MANY a fl ower-lovinff woman who passes the shops of the florists in our great cities, along about holiday time, can not resist the temptation to pause before the windows in which Hyacinth and Tulip, Lily and Narcissus, vie with each other in making the place look like fairyland. Always the longing comes to possess a bit of this lavish display of beauty for the home. But the wish gives way to the thought that such beauty is not for the amateur florist. The growing of bulbs for winter flowering must be left to the professional florist. There is-there must be-a "knack" about it which the ordinary person can not hope to master.

Here is where a great mistake is made. There is no "knack" of any kind, using the term in the sense which means a mysterious process of cultivation which is-and must ever remain-a secret to all but the elect few. The fact is, there is nothing simpler in all flower-growing, than the cultivation of many kinds of bulbs in the house in winter. Indeed I know of no phase of floriculture in which the amateur gardener is more likely to be successful. All the " knack" there is about it consists in knowing what to do, and how to do it.

And this any child who loves flowers can easily learn.

Bulbs intended for winter-flowering should be ordered as early in the season as possible. Most of them are imported, and shipments will begin to arrive early in September. As soon as received the dealers will begin to fill the orders of their customers, if instructed to do so. All bulbs part with vitality rapidly when exposed to the air; therefore it is advisable to procure them as soon as possible after they are unpacked by the florists.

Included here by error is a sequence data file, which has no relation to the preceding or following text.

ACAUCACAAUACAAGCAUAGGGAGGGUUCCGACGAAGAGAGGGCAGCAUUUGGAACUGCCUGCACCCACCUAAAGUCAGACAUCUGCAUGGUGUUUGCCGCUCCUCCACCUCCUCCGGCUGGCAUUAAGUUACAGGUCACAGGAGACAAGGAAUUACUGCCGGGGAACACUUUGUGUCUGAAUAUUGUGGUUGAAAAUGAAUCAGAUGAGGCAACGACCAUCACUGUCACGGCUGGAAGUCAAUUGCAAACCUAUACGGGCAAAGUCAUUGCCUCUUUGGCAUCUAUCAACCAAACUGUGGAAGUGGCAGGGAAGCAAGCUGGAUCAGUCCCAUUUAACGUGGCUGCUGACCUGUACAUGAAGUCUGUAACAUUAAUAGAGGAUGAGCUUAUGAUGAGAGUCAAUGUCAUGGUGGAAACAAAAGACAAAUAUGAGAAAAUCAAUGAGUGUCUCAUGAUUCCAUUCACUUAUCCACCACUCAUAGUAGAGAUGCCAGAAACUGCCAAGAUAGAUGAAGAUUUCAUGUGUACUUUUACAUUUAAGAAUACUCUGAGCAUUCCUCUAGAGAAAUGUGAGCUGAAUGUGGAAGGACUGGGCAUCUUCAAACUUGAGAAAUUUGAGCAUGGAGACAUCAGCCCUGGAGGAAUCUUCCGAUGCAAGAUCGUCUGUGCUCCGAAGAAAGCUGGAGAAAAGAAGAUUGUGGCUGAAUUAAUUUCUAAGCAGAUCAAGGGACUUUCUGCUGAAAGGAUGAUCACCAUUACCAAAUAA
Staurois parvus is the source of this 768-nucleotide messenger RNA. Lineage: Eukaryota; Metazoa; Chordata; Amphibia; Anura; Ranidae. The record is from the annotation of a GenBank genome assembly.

It is also quite important that they be potted as soon as possible after they are received from the florist. Therefore begin to get ready for taking proper care of them as soon as your order has been sent away, that there may be no unnecessary delay in getting them into pots on their arrival.

Early Tulips In Pot

Early Tulips In Pot.

Success with bulbs depends largely on the soil you give them to grow in. Here is a formula for a compost that never fails to give perfect satisfaction: Ordinary garden-loam, one-third; old cow-manure, one third; sand, one-third; mix thoroughly.